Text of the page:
Midwives have been birthing attendants throughout most of the history of birth. It wasn't until the 1800s that physicians became more actively involved in labor and delivery. Birth became seen as a medical procedure to be managed by doctors. Labor and delivery was no longer the domain of women for the first time in the history of pregnancy and childbirth. Midwives were banished to the fringes of medical society and were seen as dirty and ignorant, unknowledgeable about the aspects of birth simply because they were women.
History of Natural Childbirth
Throughout ancient times birth traditions and customs varied from culture to culture, but all childbirth was what we now term natural childbirth. There was no surgical intervention and no medicinal aids to help with pain management. Herbs may have been used to help speed labor or manage the pain. Sometimes religious rituals were done in the belief that they would help mother and child. Sometimes women gave birth near sacred waters, stones or trees in the belief that these would help the birth and the future lives of their children.
By the Victorian era women were seen as too fragile to handle the rigors of a natural childbirth. Physician intervention became typical and women were commonly sedated with chloroform or ether to help them manage the pain. The birthing position changed from upright to a horizontal position. Historical facts about giving birth indicate that before the 1800s most women stood, squatted, kneeled or sat in special birthing chairs when they were laboring. The change from a practical upright laboring position to a lying flat on the back position was likely encouraged by doctors because it made it more convenient for them to see or feel what was happening as labor progressed.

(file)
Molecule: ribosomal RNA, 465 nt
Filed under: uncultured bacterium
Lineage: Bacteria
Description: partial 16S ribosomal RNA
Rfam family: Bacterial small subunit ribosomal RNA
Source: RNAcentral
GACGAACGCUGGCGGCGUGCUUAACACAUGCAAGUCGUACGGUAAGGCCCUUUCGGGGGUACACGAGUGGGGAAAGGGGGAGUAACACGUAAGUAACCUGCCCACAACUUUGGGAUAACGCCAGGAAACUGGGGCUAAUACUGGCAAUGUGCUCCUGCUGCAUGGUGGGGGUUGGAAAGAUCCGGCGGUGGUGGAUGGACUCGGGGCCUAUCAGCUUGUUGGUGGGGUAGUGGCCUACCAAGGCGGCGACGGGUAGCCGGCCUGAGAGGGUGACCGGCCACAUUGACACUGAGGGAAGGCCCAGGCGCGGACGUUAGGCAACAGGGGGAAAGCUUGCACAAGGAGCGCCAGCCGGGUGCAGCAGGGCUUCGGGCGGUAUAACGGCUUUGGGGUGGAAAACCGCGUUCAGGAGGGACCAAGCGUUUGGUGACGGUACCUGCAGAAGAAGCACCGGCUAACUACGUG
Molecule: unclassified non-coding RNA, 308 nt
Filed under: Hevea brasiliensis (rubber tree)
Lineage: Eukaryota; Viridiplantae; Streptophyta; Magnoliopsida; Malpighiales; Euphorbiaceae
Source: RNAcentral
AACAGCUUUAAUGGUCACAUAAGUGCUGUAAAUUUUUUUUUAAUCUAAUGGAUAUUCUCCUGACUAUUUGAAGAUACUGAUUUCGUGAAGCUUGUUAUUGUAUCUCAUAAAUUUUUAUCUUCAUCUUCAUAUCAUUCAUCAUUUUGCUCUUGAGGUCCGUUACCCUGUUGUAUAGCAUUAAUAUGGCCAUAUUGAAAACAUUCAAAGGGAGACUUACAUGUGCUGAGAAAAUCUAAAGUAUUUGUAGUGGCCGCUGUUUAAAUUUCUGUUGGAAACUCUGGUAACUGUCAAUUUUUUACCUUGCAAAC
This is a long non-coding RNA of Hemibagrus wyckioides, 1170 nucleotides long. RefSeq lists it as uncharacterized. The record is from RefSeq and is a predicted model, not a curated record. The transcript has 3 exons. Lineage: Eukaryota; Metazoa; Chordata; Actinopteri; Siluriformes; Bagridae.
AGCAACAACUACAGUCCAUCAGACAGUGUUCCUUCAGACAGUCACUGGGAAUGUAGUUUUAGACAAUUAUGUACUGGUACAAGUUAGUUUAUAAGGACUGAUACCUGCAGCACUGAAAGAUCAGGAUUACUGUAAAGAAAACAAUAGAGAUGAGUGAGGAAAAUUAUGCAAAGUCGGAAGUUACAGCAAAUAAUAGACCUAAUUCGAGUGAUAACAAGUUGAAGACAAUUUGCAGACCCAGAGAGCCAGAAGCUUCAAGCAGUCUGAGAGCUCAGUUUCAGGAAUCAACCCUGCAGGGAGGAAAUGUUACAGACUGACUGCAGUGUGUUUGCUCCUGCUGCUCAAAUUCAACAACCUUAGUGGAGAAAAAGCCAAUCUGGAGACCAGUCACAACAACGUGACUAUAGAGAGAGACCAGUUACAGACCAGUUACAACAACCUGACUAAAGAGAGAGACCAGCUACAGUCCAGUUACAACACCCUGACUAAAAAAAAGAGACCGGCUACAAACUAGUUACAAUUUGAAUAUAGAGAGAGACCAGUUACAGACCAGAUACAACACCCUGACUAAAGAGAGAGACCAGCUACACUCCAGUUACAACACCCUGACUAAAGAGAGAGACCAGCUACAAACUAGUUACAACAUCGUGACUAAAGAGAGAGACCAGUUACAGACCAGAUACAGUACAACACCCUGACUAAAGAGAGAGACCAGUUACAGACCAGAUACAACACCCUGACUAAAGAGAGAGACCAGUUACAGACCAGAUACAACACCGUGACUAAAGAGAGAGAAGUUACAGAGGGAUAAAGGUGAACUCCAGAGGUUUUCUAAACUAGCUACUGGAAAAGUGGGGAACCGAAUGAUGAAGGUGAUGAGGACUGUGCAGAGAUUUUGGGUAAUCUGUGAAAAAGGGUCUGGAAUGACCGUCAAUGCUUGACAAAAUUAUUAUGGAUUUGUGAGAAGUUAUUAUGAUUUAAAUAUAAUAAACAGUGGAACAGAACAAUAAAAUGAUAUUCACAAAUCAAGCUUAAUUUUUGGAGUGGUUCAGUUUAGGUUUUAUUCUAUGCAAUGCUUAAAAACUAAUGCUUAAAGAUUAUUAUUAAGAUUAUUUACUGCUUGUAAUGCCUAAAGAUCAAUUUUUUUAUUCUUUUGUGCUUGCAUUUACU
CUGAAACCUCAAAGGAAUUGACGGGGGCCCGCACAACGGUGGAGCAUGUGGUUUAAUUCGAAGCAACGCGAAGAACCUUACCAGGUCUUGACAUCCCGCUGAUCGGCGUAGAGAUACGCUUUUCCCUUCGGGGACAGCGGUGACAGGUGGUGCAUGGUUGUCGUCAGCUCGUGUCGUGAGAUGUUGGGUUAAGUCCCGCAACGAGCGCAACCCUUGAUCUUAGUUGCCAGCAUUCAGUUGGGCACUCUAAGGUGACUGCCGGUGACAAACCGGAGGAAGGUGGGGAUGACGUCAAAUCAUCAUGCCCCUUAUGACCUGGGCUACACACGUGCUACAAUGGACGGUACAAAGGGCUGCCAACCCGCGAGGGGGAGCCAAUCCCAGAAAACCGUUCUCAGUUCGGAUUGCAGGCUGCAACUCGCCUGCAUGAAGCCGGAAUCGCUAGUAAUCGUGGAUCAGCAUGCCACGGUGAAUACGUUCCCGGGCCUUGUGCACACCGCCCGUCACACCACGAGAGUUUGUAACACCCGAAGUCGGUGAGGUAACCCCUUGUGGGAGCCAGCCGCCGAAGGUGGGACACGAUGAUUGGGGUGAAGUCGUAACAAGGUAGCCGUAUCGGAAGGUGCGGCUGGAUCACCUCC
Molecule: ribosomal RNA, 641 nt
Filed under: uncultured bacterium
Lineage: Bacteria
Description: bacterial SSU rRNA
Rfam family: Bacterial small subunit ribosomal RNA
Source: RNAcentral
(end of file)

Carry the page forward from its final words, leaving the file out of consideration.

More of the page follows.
Up Until the 17th Century
Midwives still managed births and were highly respected in their villages for their skills. In some places they were so highly valued that they were licensed through the local bishop. They were also very influential in their communities. From medieval times until the 17th century doctors were occasionally involved in the birthing process, but only if absolutely necessary and in the case of an emergency. Usually if a doctor was called to a birth it meant that either the mother or baby or both would likely die.
An elaborate childbirth ritual was practiced among all class levels. A lying-in chamber was created for the woman. This included closing windows, drawing curtains and stopping up keyholes to prevent drafts from entering and ward off evil spirits. In upper classes this was usually done to a single room. In lower classes it was often the entire house was transformed into a chamber simply because they had smaller homes. After the birth many of the wealthy women had elaborate rituals of visiting and celebration where many presents were presented.
Births were usually not in bed because of the mess. Woman had their babies before a hearth with straw on the floor to absorb the fluids. Midwives remained with the woman throughout her entire labor and used techniques of massage to help speed dilation and relieve pain.
Doctor Managed Childbirth
The history of anesthesia use during childbirth started during the 1800s when chloroform and ether were commonly used. In the history of childbirth in the UK it's said that Queen Victoria was one of the first high profile women to encourage the use of this type of anesthesia during labor. In 1853 she used it during the birth of Prince Leopold.
In the 1920s advances in anesthesia led to the Twilight Sleep where a combination of morphine and scopolamine created a state of semi-consciousness where the woman didn't remember anything about the labor. By the 1960s and 1970s epidurals were more commonly used to help treat labor pain since infant health problems associated with Twilight Sleep caused this technique to no longer be used by the end of the 1950s.
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